I decided, while walking, that I’m afflicted with a great physical and mental restlessness, almost an agitation, really, which can be sated solely by strenuous mountain walks, writing, and admiration of things pretty. The key is the movement in combination with the beauty. It makes me extraordinarily happy. In the mountains, you can daydream for days, lost in a reverie so complete you are unaware of all that surrounds you, lost in the woods of the world, of the mind – yet still the surroundings seep in, if not through osmosis, then by the sounds of the riffle run or the rolling thunder or the aspen leaves quaking; or even the brush of the wind against your skin.
The reverie is healthy – a delight. How could it not be? There is no doubt in my mind, the thin mountain air – breathing it – pumps life and vitality into a deflated soul. I for one would be a hopeless madman without it. And besides … the prospect of a morning adventure to a mountain lake is about the only force powerful enough to keep me from the bar.
When we camped in alpine tundra I found my favorite flower. The Alpine Forget-Me-Not. Royal blue. Smaller than a shirt button. Tiny clumps of beauty in stark rocky environs. And a poetical name to boot. I try to avoid stepping on them or pitching my tent upon them. I think of it as the most infinitesimal way to uphold Aldo Leopold’s land ethic, which is:
“A thing is right when it tends to preserve the integrity, stability, and beauty of the biotic community. It is wrong when it tends otherwise.”
The trail took us to Monarch Pass, a hundred-mile walk in five days. We hitched a ride from the pass into Salida, a ride which took about an hour to get. Maine Man and Delightful stood at the road – beaming faces, thumbs extended. I went to the little store and got shot down time and again as I asked nicely for lifts to town. I felt like a beaten salesman. But we got here, and the people who gave us a ride were nice.
Whenever I get to town I always feel downright triumphant, and within the group there is a general sense of bonhomie, so we celebrate, and I sometimes tend to celebrate hard. Not always, but sometimes. And. Well. I’m ready to admit I got a little carried away in Salida. A celebration of what? … Well, living, of course.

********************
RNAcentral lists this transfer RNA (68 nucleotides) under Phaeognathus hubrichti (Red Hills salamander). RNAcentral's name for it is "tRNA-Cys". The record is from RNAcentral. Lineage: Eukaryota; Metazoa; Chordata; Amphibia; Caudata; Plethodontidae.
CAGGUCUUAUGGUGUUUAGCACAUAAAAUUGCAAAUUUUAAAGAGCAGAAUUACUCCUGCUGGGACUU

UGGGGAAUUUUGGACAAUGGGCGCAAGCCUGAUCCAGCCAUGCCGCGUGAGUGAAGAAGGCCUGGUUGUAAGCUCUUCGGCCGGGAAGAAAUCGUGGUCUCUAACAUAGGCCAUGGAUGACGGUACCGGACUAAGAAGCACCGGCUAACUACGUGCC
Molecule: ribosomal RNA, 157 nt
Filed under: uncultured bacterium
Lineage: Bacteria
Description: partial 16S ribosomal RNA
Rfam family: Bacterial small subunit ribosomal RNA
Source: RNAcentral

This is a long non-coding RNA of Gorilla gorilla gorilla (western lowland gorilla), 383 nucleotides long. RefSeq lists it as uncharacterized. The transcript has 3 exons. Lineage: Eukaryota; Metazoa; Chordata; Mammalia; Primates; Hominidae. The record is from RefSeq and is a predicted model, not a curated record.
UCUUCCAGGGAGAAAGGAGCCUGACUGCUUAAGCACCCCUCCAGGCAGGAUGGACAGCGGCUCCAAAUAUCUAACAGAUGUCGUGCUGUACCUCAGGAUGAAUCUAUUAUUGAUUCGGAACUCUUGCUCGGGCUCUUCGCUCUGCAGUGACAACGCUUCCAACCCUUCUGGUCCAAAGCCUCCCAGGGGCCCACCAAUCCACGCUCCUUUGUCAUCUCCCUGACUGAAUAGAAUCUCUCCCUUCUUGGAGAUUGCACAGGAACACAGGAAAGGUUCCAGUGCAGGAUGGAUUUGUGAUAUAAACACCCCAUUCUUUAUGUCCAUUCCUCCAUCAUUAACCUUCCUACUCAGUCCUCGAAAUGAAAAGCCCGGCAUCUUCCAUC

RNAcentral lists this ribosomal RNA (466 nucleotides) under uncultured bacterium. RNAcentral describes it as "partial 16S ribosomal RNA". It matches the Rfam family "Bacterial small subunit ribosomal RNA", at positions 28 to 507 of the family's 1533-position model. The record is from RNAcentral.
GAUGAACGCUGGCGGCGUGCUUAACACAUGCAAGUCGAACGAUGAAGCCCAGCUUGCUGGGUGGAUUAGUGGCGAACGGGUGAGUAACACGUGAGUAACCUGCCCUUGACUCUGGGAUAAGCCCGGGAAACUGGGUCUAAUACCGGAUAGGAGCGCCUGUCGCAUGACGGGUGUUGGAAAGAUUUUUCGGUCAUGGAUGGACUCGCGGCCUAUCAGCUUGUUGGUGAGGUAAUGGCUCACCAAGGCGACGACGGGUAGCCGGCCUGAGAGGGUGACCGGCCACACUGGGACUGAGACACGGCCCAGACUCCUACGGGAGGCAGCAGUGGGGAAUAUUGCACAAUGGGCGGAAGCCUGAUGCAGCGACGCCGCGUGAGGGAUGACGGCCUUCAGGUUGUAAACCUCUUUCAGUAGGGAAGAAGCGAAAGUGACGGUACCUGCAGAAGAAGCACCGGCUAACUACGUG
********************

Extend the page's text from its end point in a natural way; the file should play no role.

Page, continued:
Sometimes life deals you a hand of cards such that you find yourself dancing with a beer in the midnight streets in front of a cop car. This is risky business. We all know some police, depending on mood, can be a bit overzealous to give tourists a tour of the jailhouse. And I’ve seen the insides of those places. They’re either boring as hell or full of drunk and dangerous people. Always uncomfortable. Usually cold, dirty, rank and expensive. They’re places to be avoided, in other words. Places where freedom is removed. In fact, jail may well be the antithesis to this whole walk, actually, which is epitomized in almost absolute freedom.
In my mind, at least.
This particular officer must have been either nice or reasonable and besides I made the smart decision anyway, after a bunch of dumb ones, locked it up, went home, ate someone’s pizza out of the hostel refrigerator, woke up the next morning in my bed in my hiking shorts.
I feel bad about eating the pizza. The rest of it I’m okay with.
I hope by now you don’t think I’m a degenerate. But it’s impossible to control how people think about you, anyway.
The best I can do is just be honest. At least be honest and truthful and genuine, I tell myself. And I hope the theme here is more along the lines of living, not just carousing, because living is what I’m trying really hard to do. Not just surviving, mind you, but living – passionately and fully. Because one day I am going to die and the truth of it is the lack of life – the void of life, the absence of it – is sad and scary. When you love it so much. But the other side of the coin is dying puts the emphasis on living – now.
Where were we?
Where are you?
Scenes From the Trail
From left: Toast, Chimichanga, A Strange Loser, and Delightful
Chimi and Tom had a bet on the NBA finals. Here is Chimi leaving a little taunting note.
Can I get a one-time for San Luis Peak?? Count it !